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attending a posthumous publication, if not necessary
for the satisfaction of the reader, is due to the memory and reputation of the author himself. Some notion of what he projected, seems requisite towards forming an estimate of what he performed; and in this instance, the rumours formerly circulated concerning the nature of his undertaking, and the materials which he had collected, render indispensable, a short statement of his intentions, and of the manner in which he prosecuted his researches. It will be yet more necessary to explain the state in which the manuscript was found, and the course which had been pursued in printing a work, respecting which no positive injunctions were ever received from the author.
The precise period at which Mr. Fox first formed the design of writing a history, cannot be ascertained. In the year 1797, he announced publickly his intention of devoting a greater
portion of his time to his private pursuits :' He was even on the point of relinquishing his seat in Parliament, and retiring altogether from
* Vide Parliamentary Debates, May 26, 1797.
publick life, a plan which he had formed many years before, and to the execution of which he always looked forward with the greatest delight. The remonstrances, however, of those friends, for whose judgment he had the greatest deference, ultimately prevailed. He consequently confined his scheme of retreat to a more uninterrupted residence in the country, than he had hitherto permitted himself to enjoy. During his retirement, that love of literature, and fondness for poetry, which neither pleasure nor business had ever extinguished, revived with an ardour, such as few in the eagerness of youth, or in pursuit of fame or advantage, are capable of feeling. For some time, however, his studies were not directed to any particular object. Such was the happy disposition of his mind, that bis own reflections, whether supplied by conversation, desultory reading, or the common occur. rences of a life in the country, were always sufficient to call forth the vigour and exertion of his faculties. Intercourse with the world had so little deadened in him the sense of the simplest enjoyments, that even in the hours of apparent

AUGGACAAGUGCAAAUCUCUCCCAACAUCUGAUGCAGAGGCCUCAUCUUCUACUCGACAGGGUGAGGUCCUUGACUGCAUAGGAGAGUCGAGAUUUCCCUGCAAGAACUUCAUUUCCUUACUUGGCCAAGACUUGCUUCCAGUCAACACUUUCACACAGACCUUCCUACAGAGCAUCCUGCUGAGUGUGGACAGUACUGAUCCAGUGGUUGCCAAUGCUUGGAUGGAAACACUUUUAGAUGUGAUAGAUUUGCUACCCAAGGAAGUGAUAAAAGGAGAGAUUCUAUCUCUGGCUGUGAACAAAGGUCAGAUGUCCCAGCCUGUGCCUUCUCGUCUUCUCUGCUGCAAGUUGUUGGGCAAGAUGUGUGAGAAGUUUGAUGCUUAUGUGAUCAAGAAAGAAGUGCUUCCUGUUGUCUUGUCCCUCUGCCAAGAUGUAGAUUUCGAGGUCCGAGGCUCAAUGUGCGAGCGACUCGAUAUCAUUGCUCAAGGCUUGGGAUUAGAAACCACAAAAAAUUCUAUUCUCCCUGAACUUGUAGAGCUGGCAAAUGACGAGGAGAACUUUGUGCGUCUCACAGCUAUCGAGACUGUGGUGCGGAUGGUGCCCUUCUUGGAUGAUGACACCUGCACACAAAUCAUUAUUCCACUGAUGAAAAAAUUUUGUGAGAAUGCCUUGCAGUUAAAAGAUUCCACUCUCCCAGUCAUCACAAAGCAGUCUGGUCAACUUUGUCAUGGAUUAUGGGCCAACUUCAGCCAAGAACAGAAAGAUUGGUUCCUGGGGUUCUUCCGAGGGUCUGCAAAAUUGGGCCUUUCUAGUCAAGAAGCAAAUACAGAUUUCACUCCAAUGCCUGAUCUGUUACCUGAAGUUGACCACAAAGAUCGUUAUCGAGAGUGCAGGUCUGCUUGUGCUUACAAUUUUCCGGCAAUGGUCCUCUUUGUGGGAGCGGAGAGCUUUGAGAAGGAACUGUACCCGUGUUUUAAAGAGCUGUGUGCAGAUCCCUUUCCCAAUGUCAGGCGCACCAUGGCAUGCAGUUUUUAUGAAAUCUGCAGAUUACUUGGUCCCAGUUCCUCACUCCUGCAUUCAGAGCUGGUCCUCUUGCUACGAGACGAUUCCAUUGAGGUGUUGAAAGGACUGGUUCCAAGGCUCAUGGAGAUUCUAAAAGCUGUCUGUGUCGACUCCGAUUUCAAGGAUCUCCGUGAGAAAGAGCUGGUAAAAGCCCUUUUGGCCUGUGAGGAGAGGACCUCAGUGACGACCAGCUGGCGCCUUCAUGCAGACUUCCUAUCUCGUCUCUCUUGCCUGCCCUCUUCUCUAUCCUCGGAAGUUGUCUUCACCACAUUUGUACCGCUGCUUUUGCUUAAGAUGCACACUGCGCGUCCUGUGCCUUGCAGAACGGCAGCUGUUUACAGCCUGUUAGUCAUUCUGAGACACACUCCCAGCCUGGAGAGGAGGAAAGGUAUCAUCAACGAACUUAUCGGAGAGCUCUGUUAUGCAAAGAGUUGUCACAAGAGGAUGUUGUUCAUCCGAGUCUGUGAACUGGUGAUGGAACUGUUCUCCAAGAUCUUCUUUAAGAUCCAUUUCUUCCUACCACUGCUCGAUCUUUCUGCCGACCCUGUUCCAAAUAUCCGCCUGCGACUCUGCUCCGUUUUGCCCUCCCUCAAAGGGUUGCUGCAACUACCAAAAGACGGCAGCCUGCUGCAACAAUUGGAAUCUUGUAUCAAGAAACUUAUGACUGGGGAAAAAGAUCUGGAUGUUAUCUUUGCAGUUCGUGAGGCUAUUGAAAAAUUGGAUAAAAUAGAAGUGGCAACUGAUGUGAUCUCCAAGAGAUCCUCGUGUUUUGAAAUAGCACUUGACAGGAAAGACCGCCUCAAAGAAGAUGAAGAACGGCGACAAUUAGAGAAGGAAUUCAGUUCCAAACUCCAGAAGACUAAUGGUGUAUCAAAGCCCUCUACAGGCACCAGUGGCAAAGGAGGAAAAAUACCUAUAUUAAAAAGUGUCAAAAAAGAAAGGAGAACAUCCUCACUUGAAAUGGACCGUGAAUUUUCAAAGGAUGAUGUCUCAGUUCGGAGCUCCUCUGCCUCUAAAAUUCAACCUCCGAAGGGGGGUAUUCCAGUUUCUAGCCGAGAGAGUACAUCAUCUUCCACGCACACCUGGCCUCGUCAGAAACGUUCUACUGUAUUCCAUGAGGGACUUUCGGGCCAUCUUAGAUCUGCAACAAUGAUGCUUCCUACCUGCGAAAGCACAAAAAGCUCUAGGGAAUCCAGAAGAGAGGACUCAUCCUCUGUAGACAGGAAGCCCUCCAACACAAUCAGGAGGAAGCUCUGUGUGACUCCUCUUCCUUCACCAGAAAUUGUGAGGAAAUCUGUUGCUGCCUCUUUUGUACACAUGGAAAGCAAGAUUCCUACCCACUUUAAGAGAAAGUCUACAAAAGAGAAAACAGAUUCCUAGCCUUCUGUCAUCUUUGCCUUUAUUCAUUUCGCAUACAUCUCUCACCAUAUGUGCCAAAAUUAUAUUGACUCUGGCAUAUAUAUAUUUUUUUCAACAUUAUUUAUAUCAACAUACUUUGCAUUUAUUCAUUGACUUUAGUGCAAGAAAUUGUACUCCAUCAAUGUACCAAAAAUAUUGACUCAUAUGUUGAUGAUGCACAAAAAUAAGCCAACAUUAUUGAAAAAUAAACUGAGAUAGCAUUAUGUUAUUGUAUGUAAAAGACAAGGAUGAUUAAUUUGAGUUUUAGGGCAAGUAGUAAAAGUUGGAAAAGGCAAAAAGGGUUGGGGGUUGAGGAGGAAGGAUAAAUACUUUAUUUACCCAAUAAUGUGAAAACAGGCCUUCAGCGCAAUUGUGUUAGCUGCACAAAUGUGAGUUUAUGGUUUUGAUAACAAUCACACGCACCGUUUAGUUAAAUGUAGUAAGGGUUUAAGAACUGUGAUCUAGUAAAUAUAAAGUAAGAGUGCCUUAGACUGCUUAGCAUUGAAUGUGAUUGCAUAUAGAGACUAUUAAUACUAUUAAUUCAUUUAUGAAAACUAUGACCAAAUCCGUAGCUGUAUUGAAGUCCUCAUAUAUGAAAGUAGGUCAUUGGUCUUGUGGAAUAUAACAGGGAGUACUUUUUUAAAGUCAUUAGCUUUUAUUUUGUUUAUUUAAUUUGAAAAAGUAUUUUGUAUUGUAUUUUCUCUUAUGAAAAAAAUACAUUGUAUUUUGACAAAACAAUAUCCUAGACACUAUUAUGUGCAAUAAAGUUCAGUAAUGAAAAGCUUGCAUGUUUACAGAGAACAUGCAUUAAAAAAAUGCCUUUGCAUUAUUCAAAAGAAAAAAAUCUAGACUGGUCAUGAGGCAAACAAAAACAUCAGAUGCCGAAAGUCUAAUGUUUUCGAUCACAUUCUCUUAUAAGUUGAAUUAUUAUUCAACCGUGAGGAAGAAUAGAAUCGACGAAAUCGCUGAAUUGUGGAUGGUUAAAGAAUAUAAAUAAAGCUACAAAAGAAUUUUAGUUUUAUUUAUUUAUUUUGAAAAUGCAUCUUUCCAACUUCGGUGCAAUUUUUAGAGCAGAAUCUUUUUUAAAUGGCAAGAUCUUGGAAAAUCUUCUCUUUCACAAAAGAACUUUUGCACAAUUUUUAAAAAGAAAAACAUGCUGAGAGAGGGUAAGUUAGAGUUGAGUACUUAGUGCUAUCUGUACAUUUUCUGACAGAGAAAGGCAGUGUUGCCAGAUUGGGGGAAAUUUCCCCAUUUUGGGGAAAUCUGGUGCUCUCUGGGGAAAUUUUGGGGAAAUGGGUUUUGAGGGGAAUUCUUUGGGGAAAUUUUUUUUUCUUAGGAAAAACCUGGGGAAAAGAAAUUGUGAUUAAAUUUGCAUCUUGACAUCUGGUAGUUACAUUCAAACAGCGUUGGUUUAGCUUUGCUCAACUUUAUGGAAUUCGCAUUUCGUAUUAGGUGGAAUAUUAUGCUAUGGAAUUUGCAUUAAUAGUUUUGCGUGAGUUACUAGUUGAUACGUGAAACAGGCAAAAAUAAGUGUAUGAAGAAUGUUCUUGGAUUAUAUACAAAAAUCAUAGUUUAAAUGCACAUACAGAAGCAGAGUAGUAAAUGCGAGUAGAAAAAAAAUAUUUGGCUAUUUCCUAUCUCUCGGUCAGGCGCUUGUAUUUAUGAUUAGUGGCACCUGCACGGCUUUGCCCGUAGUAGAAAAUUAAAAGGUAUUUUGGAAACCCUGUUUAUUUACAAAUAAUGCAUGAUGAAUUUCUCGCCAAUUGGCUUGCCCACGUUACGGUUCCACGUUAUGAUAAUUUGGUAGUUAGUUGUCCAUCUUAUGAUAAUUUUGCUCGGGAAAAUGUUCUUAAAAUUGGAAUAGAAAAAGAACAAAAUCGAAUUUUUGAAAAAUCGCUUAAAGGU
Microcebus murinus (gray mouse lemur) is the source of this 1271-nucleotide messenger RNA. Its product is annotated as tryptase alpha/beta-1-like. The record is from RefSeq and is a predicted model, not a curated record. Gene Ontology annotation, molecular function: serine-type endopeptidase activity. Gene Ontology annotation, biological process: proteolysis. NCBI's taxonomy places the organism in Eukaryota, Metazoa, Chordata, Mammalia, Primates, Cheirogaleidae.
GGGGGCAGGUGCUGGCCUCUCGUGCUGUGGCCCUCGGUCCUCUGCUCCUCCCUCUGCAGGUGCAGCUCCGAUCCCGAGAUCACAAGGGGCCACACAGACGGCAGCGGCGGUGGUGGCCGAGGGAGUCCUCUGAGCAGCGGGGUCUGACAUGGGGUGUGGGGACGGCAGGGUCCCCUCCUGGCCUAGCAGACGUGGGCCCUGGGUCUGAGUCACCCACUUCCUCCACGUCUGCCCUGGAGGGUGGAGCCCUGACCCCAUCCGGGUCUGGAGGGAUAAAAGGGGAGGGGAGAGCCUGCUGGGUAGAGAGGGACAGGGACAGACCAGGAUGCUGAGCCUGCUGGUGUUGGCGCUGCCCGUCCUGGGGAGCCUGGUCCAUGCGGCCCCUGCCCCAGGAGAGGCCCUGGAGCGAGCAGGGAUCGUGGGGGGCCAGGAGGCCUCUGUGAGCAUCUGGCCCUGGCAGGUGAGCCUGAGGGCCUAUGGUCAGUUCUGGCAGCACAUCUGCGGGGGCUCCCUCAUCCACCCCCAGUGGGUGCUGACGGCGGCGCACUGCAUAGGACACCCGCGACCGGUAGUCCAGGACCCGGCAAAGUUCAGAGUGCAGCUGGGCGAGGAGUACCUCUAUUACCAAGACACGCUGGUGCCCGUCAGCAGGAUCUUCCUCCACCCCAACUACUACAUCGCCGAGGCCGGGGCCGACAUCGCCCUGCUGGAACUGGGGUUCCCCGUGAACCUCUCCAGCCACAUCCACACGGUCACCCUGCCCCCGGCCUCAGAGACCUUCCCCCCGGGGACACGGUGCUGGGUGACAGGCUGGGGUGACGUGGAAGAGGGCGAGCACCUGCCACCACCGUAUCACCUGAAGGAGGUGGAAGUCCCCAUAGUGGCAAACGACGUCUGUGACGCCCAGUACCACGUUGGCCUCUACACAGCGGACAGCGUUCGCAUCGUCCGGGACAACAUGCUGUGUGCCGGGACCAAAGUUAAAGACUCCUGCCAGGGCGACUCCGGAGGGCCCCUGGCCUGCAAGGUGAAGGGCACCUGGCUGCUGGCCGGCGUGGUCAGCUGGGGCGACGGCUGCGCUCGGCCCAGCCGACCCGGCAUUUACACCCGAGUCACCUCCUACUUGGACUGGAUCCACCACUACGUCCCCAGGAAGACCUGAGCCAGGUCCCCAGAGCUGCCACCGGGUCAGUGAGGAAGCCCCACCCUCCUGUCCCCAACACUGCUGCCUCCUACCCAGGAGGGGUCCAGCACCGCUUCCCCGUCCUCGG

leisure and inactivity, he retained that keen relish of existence, which, after the first impressions of life, is so rarely excited but by great interests and strong passions. Hence it was, that in the interval between his active attendance in Parliament, and the undertaking of his History, he never felt the tedium of a vacant day. A verse in Cowper, which he frequently repeated,
How various his employments whom the world
was an accurate description of the life he was then leading; and I am persuaded, that if he had consulted his own gratifications only, it would have continued to be so. The circumstances which led him once more to take an active part in publick discussions, are foreign to the purposes
of this Preface. It is sufficient to remark, that they could not be foreseen, and that his notion of engaging in some literary undertaking was adopted during his retirement, and with the prospect of long and uninterrupted leisure before him. When he had determined upon employing some part of it in writing, he was, no doubt, actuated by a variety of considerations, in the choice of the task he should undertake. His philosophy had never rendered him insensible to the gratification which the hope of posthumous fame so often produces in great minds; and, though criticism might be more congenial to the habits and amusements of his retreat, an historical work seemed more of a piece with the tenour of his former life, and might prove of greater benefit to the publick, and to posterity. These motives, together with his intimate knowledge of the English Constitution, naturally led him to prefer the history of his own country, and to select a period favourable to the illustration of the great general principles of freedom, on which it is founded; for his attachment to those principles, the result of practical observation, as well as philosophical reflection, far from having abated, had acquired new force and fresh vigour in his retirement.
With these views, it was almost impossible that he should not fix on the Revolution of 1688. The event was cheering and animating. It was the most signal triumph of that cause to which his publick life had been devoted ; and in a review of its progress, he could not fail to recognize those principles which had regulated his own political conduct. But the choice of that period was recommended by yet higher considerations; the desire of rescuing from misrepresentation, the most glorious transaction of our history; the opportunity of instructing his countrymen in the real nature of their Constitution ; and the hope of impressing on mankind those lessons applicable to all times, which are to be drawn from that memorable occurrence.
The manner in which the most popular historians, and other writers of eminence, had treated the subject, was likely to stimulate him more strongly to such an undertaking. It could not escape
the observation of Mr. Fox, that some, from the bias of their individual opinions, had given a false colour to the whole transaction; that others had wilfully distorted the facts to serve some temporary purpose; and that Bolingbroke, in particular, had confounded the distinct and even opposite views of the two leading